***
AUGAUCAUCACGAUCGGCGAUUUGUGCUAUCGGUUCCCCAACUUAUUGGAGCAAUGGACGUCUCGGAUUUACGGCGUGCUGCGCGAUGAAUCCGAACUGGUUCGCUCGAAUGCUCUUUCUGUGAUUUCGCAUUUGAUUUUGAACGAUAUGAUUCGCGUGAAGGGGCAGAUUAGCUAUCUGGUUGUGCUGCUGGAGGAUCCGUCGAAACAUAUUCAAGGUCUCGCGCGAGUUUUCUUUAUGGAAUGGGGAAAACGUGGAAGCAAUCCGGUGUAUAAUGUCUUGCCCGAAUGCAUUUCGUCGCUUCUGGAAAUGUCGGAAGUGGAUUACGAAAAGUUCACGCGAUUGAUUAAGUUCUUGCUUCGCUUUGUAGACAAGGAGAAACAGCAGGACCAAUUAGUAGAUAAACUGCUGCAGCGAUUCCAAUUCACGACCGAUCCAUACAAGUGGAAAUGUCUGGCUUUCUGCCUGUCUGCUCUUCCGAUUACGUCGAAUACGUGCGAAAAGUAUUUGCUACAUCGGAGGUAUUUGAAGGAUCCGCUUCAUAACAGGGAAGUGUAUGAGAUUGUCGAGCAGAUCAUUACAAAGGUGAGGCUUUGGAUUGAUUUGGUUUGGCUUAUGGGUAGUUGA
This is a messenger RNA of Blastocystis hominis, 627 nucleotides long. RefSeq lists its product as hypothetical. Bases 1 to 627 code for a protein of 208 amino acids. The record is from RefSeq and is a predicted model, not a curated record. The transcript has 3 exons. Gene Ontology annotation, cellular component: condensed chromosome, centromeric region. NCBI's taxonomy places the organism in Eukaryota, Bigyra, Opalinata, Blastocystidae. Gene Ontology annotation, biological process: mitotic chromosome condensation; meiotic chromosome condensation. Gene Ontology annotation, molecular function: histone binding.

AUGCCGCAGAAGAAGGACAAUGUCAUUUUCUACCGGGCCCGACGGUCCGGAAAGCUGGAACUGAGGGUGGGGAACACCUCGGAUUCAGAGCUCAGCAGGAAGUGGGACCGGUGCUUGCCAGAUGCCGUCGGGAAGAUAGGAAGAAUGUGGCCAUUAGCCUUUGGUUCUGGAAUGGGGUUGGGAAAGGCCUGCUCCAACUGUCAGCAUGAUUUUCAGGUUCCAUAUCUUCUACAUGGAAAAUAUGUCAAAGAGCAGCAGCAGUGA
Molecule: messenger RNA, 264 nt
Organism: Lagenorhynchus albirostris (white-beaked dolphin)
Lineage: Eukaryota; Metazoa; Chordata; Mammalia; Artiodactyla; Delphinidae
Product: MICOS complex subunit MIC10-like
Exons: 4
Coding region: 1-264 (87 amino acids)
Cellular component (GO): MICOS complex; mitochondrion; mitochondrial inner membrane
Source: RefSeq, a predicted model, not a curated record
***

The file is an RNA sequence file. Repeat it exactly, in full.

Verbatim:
AUGAUCAUCACGAUCGGCGAUUUGUGCUAUCGGUUCCCCAACUUAUUGGAGCAAUGGACGUCUCGGAUUUACGGCGUGCUGCGCGAUGAAUCCGAACUGGUUCGCUCGAAUGCUCUUUCUGUGAUUUCGCAUUUGAUUUUGAACGAUAUGAUUCGCGUGAAGGGGCAGAUUAGCUAUCUGGUUGUGCUGCUGGAGGAUCCGUCGAAACAUAUUCAAGGUCUCGCGCGAGUUUUCUUUAUGGAAUGGGGAAAACGUGGAAGCAAUCCGGUGUAUAAUGUCUUGCCCGAAUGCAUUUCGUCGCUUCUGGAAAUGUCGGAAGUGGAUUACGAAAAGUUCACGCGAUUGAUUAAGUUCUUGCUUCGCUUUGUAGACAAGGAGAAACAGCAGGACCAAUUAGUAGAUAAACUGCUGCAGCGAUUCCAAUUCACGACCGAUCCAUACAAGUGGAAAUGUCUGGCUUUCUGCCUGUCUGCUCUUCCGAUUACGUCGAAUACGUGCGAAAAGUAUUUGCUACAUCGGAGGUAUUUGAAGGAUCCGCUUCAUAACAGGGAAGUGUAUGAGAUUGUCGAGCAGAUCAUUACAAAGGUGAGGCUUUGGAUUGAUUUGGUUUGGCUUAUGGGUAGUUGA
This is a messenger RNA of Blastocystis hominis, 627 nucleotides long. RefSeq lists its product as hypothetical. Bases 1 to 627 code for a protein of 208 amino acids. The record is from RefSeq and is a predicted model, not a curated record. The transcript has 3 exons. Gene Ontology annotation, cellular component: condensed chromosome, centromeric region. NCBI's taxonomy places the organism in Eukaryota, Bigyra, Opalinata, Blastocystidae. Gene Ontology annotation, biological process: mitotic chromosome condensation; meiotic chromosome condensation. Gene Ontology annotation, molecular function: histone binding.

AUGCCGCAGAAGAAGGACAAUGUCAUUUUCUACCGGGCCCGACGGUCCGGAAAGCUGGAACUGAGGGUGGGGAACACCUCGGAUUCAGAGCUCAGCAGGAAGUGGGACCGGUGCUUGCCAGAUGCCGUCGGGAAGAUAGGAAGAAUGUGGCCAUUAGCCUUUGGUUCUGGAAUGGGGUUGGGAAAGGCCUGCUCCAACUGUCAGCAUGAUUUUCAGGUUCCAUAUCUUCUACAUGGAAAAUAUGUCAAAGAGCAGCAGCAGUGA
Molecule: messenger RNA, 264 nt
Organism: Lagenorhynchus albirostris (white-beaked dolphin)
Lineage: Eukaryota; Metazoa; Chordata; Mammalia; Artiodactyla; Delphinidae
Product: MICOS complex subunit MIC10-like
Exons: 4
Coding region: 1-264 (87 amino acids)
Cellular component (GO): MICOS complex; mitochondrion; mitochondrial inner membrane
Source: RefSeq, a predicted model, not a curated record